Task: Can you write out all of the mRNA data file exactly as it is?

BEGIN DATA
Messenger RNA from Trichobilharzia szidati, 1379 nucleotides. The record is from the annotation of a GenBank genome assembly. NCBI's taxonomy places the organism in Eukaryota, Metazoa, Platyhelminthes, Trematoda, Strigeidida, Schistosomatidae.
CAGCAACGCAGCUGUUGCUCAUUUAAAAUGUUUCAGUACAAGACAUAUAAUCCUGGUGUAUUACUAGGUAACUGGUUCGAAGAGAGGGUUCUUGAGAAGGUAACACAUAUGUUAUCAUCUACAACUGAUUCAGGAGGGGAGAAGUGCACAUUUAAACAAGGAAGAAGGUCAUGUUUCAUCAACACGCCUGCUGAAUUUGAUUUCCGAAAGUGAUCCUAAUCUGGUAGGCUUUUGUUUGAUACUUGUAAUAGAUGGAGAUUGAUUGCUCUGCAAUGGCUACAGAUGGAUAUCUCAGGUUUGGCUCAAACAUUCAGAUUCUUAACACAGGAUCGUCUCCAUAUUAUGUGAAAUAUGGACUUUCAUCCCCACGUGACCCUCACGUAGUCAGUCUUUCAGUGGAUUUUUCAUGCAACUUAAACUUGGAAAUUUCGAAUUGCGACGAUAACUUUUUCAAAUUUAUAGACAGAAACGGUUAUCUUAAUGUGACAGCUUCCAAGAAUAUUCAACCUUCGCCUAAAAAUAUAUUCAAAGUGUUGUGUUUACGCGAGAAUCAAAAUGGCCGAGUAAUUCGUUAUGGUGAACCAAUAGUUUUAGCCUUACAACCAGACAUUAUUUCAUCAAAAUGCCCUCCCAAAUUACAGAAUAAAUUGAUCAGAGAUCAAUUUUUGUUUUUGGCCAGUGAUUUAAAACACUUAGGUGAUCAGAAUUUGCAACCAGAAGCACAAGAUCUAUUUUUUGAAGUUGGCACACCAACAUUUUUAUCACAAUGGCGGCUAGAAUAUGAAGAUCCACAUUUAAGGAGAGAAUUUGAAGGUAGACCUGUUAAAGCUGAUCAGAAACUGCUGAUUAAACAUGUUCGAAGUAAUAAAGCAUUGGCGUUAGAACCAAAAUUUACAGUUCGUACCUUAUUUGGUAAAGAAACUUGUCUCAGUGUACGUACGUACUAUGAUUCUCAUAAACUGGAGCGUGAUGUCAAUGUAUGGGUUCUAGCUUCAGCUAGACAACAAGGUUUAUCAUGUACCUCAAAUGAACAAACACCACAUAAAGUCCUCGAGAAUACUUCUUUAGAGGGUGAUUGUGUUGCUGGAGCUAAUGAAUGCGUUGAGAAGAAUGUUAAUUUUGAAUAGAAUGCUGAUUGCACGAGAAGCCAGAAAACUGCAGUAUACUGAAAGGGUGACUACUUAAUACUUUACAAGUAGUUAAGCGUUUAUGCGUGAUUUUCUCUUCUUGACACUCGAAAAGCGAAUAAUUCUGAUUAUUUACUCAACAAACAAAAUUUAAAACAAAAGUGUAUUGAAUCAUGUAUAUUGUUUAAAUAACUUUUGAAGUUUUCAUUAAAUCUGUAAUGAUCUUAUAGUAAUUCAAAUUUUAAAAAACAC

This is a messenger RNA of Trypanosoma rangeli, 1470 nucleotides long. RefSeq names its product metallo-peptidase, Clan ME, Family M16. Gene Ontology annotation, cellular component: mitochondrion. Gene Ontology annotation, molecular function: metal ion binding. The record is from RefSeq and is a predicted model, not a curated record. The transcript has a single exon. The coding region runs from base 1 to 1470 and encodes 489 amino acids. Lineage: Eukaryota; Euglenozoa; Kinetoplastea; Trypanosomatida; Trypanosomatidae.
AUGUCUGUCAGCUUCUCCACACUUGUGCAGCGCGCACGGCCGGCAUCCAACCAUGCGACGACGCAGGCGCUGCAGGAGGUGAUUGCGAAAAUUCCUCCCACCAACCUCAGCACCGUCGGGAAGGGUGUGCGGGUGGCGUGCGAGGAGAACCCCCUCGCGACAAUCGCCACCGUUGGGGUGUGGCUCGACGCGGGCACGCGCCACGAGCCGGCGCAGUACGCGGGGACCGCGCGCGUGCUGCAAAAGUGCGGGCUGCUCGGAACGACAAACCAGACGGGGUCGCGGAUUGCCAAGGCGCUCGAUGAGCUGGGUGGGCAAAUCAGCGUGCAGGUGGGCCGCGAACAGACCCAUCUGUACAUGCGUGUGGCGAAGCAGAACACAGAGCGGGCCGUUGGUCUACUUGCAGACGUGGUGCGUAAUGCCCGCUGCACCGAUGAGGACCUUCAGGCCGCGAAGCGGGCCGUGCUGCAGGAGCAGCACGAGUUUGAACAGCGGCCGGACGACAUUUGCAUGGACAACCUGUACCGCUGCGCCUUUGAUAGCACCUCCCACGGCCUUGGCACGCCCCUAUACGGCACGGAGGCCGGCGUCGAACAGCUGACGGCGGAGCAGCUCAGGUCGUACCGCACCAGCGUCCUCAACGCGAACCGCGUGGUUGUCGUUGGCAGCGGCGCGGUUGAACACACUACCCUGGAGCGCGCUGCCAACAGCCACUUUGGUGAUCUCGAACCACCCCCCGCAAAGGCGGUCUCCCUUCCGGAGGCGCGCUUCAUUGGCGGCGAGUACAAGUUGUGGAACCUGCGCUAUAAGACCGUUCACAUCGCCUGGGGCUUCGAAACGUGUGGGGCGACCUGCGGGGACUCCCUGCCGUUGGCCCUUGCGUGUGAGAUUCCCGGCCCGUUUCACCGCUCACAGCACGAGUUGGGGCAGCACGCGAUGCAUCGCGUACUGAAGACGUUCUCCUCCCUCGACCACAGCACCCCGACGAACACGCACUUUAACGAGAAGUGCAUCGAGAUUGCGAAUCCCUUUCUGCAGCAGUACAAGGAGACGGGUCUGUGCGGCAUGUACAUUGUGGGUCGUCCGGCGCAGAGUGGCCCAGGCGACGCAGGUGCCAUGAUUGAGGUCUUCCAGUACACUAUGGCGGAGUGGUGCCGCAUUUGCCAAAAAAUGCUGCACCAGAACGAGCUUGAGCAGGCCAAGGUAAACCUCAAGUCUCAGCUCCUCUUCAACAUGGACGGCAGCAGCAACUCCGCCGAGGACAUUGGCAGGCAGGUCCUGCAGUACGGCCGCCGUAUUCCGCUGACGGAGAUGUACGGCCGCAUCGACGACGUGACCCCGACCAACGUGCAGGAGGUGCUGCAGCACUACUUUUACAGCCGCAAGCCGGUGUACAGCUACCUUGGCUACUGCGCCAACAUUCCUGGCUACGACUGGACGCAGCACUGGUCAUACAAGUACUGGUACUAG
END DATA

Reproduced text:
Messenger RNA from Trichobilharzia szidati, 1379 nucleotides. The record is from the annotation of a GenBank genome assembly. NCBI's taxonomy places the organism in Eukaryota, Metazoa, Platyhelminthes, Trematoda, Strigeidida, Schistosomatidae.
CAGCAACGCAGCUGUUGCUCAUUUAAAAUGUUUCAGUACAAGACAUAUAAUCCUGGUGUAUUACUAGGUAACUGGUUCGAAGAGAGGGUUCUUGAGAAGGUAACACAUAUGUUAUCAUCUACAACUGAUUCAGGAGGGGAGAAGUGCACAUUUAAACAAGGAAGAAGGUCAUGUUUCAUCAACACGCCUGCUGAAUUUGAUUUCCGAAAGUGAUCCUAAUCUGGUAGGCUUUUGUUUGAUACUUGUAAUAGAUGGAGAUUGAUUGCUCUGCAAUGGCUACAGAUGGAUAUCUCAGGUUUGGCUCAAACAUUCAGAUUCUUAACACAGGAUCGUCUCCAUAUUAUGUGAAAUAUGGACUUUCAUCCCCACGUGACCCUCACGUAGUCAGUCUUUCAGUGGAUUUUUCAUGCAACUUAAACUUGGAAAUUUCGAAUUGCGACGAUAACUUUUUCAAAUUUAUAGACAGAAACGGUUAUCUUAAUGUGACAGCUUCCAAGAAUAUUCAACCUUCGCCUAAAAAUAUAUUCAAAGUGUUGUGUUUACGCGAGAAUCAAAAUGGCCGAGUAAUUCGUUAUGGUGAACCAAUAGUUUUAGCCUUACAACCAGACAUUAUUUCAUCAAAAUGCCCUCCCAAAUUACAGAAUAAAUUGAUCAGAGAUCAAUUUUUGUUUUUGGCCAGUGAUUUAAAACACUUAGGUGAUCAGAAUUUGCAACCAGAAGCACAAGAUCUAUUUUUUGAAGUUGGCACACCAACAUUUUUAUCACAAUGGCGGCUAGAAUAUGAAGAUCCACAUUUAAGGAGAGAAUUUGAAGGUAGACCUGUUAAAGCUGAUCAGAAACUGCUGAUUAAACAUGUUCGAAGUAAUAAAGCAUUGGCGUUAGAACCAAAAUUUACAGUUCGUACCUUAUUUGGUAAAGAAACUUGUCUCAGUGUACGUACGUACUAUGAUUCUCAUAAACUGGAGCGUGAUGUCAAUGUAUGGGUUCUAGCUUCAGCUAGACAACAAGGUUUAUCAUGUACCUCAAAUGAACAAACACCACAUAAAGUCCUCGAGAAUACUUCUUUAGAGGGUGAUUGUGUUGCUGGAGCUAAUGAAUGCGUUGAGAAGAAUGUUAAUUUUGAAUAGAAUGCUGAUUGCACGAGAAGCCAGAAAACUGCAGUAUACUGAAAGGGUGACUACUUAAUACUUUACAAGUAGUUAAGCGUUUAUGCGUGAUUUUCUCUUCUUGACACUCGAAAAGCGAAUAAUUCUGAUUAUUUACUCAACAAACAAAAUUUAAAACAAAAGUGUAUUGAAUCAUGUAUAUUGUUUAAAUAACUUUUGAAGUUUUCAUUAAAUCUGUAAUGAUCUUAUAGUAAUUCAAAUUUUAAAAAACAC

This is a messenger RNA of Trypanosoma rangeli, 1470 nucleotides long. RefSeq names its product metallo-peptidase, Clan ME, Family M16. Gene Ontology annotation, cellular component: mitochondrion. Gene Ontology annotation, molecular function: metal ion binding. The record is from RefSeq and is a predicted model, not a curated record. The transcript has a single exon. The coding region runs from base 1 to 1470 and encodes 489 amino acids. Lineage: Eukaryota; Euglenozoa; Kinetoplastea; Trypanosomatida; Trypanosomatidae.
AUGUCUGUCAGCUUCUCCACACUUGUGCAGCGCGCACGGCCGGCAUCCAACCAUGCGACGACGCAGGCGCUGCAGGAGGUGAUUGCGAAAAUUCCUCCCACCAACCUCAGCACCGUCGGGAAGGGUGUGCGGGUGGCGUGCGAGGAGAACCCCCUCGCGACAAUCGCCACCGUUGGGGUGUGGCUCGACGCGGGCACGCGCCACGAGCCGGCGCAGUACGCGGGGACCGCGCGCGUGCUGCAAAAGUGCGGGCUGCUCGGAACGACAAACCAGACGGGGUCGCGGAUUGCCAAGGCGCUCGAUGAGCUGGGUGGGCAAAUCAGCGUGCAGGUGGGCCGCGAACAGACCCAUCUGUACAUGCGUGUGGCGAAGCAGAACACAGAGCGGGCCGUUGGUCUACUUGCAGACGUGGUGCGUAAUGCCCGCUGCACCGAUGAGGACCUUCAGGCCGCGAAGCGGGCCGUGCUGCAGGAGCAGCACGAGUUUGAACAGCGGCCGGACGACAUUUGCAUGGACAACCUGUACCGCUGCGCCUUUGAUAGCACCUCCCACGGCCUUGGCACGCCCCUAUACGGCACGGAGGCCGGCGUCGAACAGCUGACGGCGGAGCAGCUCAGGUCGUACCGCACCAGCGUCCUCAACGCGAACCGCGUGGUUGUCGUUGGCAGCGGCGCGGUUGAACACACUACCCUGGAGCGCGCUGCCAACAGCCACUUUGGUGAUCUCGAACCACCCCCCGCAAAGGCGGUCUCCCUUCCGGAGGCGCGCUUCAUUGGCGGCGAGUACAAGUUGUGGAACCUGCGCUAUAAGACCGUUCACAUCGCCUGGGGCUUCGAAACGUGUGGGGCGACCUGCGGGGACUCCCUGCCGUUGGCCCUUGCGUGUGAGAUUCCCGGCCCGUUUCACCGCUCACAGCACGAGUUGGGGCAGCACGCGAUGCAUCGCGUACUGAAGACGUUCUCCUCCCUCGACCACAGCACCCCGACGAACACGCACUUUAACGAGAAGUGCAUCGAGAUUGCGAAUCCCUUUCUGCAGCAGUACAAGGAGACGGGUCUGUGCGGCAUGUACAUUGUGGGUCGUCCGGCGCAGAGUGGCCCAGGCGACGCAGGUGCCAUGAUUGAGGUCUUCCAGUACACUAUGGCGGAGUGGUGCCGCAUUUGCCAAAAAAUGCUGCACCAGAACGAGCUUGAGCAGGCCAAGGUAAACCUCAAGUCUCAGCUCCUCUUCAACAUGGACGGCAGCAGCAACUCCGCCGAGGACAUUGGCAGGCAGGUCCUGCAGUACGGCCGCCGUAUUCCGCUGACGGAGAUGUACGGCCGCAUCGACGACGUGACCCCGACCAACGUGCAGGAGGUGCUGCAGCACUACUUUUACAGCCGCAAGCCGGUGUACAGCUACCUUGGCUACUGCGCCAACAUUCCUGGCUACGACUGGACGCAGCACUGGUCAUACAAGUACUGGUACUAG